Dandelion and Oregon graperoot work best in the very earliest stages of urinary disease. I recommend 1 to 3 drops of each herb in tincture (nonalcoholic, if possible), given orally, five to six times a day. When your pet returns to a normal urinary frequency and flow (without straining), then switch to a prevention/maintenance regime, using dandelion root only; sprinkle several drops of the tincture or up to a teaspoon of the ground root on your pet’s food a few days each week. If infection recurs, return to the original treatment.
Depending on the specific condition, I recommend other herbs for urinary problems too.
• Stinging nettle (Urtica dioica) is a diuretic, astringent, and general tonic that seems to be most useful for painful urination such as that caused by kidney stones. Dried nettle leaves can be used long-term as a general tonic, sprinkled on pet food or in tea form. Steep the leaves or roots into a tea and use it to moisten the food.
• Cranberry (Vaccinium macrocarpon) acidifies the urine, which helps kill bacteria and keeps it from attaching to the bladder wall. The problem is getting your pet to drink it; most animals don’t appreciate the taste of cranberry or citrus fruits. Cranberry capsules are an answer for easy-to-pill critters, but the large capsules aren’t very practical for cats. Most store-bought cranberry juices are sweetened, which will only make the urinary problem worse, so don’t use them.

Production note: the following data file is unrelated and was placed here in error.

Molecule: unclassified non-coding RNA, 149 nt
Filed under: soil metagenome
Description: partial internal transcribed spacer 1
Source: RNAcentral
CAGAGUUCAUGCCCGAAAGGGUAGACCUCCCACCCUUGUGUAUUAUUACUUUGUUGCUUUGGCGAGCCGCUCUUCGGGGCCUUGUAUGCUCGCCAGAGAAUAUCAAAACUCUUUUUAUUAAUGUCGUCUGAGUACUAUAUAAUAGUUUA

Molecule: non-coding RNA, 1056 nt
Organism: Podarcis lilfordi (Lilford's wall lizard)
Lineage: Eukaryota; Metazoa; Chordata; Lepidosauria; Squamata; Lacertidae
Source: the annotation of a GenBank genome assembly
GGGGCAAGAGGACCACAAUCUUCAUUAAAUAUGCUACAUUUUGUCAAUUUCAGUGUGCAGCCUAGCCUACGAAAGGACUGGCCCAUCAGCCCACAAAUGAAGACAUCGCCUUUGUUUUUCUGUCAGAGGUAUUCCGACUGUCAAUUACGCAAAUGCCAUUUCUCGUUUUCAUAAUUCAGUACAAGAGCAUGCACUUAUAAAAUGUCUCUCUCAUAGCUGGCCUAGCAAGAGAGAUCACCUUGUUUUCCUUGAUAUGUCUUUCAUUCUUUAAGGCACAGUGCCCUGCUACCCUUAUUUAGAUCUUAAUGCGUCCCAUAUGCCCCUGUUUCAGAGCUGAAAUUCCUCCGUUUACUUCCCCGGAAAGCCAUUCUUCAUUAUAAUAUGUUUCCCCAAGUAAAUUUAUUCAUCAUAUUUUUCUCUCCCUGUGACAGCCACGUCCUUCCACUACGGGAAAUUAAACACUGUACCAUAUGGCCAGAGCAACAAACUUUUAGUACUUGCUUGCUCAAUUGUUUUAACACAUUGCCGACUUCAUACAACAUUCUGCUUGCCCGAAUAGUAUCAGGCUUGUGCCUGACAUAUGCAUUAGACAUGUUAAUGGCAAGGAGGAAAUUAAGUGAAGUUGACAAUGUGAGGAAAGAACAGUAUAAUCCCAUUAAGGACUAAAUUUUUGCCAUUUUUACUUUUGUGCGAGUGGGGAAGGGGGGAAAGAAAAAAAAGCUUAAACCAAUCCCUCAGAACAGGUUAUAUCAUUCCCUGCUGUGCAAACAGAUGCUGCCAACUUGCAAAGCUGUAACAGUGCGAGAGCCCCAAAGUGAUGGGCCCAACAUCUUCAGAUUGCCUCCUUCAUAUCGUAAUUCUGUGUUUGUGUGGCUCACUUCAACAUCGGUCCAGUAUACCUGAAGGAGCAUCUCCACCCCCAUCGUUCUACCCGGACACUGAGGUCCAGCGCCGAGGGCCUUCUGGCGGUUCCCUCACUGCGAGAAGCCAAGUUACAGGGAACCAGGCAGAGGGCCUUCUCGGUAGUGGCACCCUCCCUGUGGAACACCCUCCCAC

• For blood in the urine, I use herbs that are astringent (tightening to connective tissue, thus helping control bleeding) or demulcent (soothing to irritated tissue). But blood in the urine is not something to fool around with until you have an accurate diagnosis from your veterinarian. After you’re confident of the diagnosis, some herbs may help. Urinary astringents include horsetail (Equisetum arvense) and plantain (Plantago major). Urinary demulcents include corn silk (Zea mays) and marshmallow leaf (Althaea officinalis).
For as long as I’ve been a veterinarian, I’ve been trying to figure out the cause of urinary problems, to no avail. Nutrition, crystal formation, neutering too young, bacterial infections, an undiscovered virus—none of these seem to be the cause of the cases I see, nor have they held up under scientific scrutiny.
However, two factors can contribute to urinary tract problems: nutrition and stress. Upgrade your cat’s nutritional level, and he’s likely to avoid the syndrome entirely or avoid recurrence, as the case may be. And remember that cats once weren’t domesticated—they stalked prey and acted out fears and aggressions in a natural fashion—and they could urinate whenever nature called.
If we could only let our cats and dogs be what they were meant to be, we likely would see far fewer problems. On the other hand, there would be much less need for veterinarians. So it’s with mixed emotions that I recommend a return of the natural for all our pets.
Randy Kidd holds doctorates in veterinary medicine and veterinary and clinical pathology. After practicing traditional veterinary medicine for ten years, he opened Honoring the Animals, a holistic practice in Kansas City, Missouri.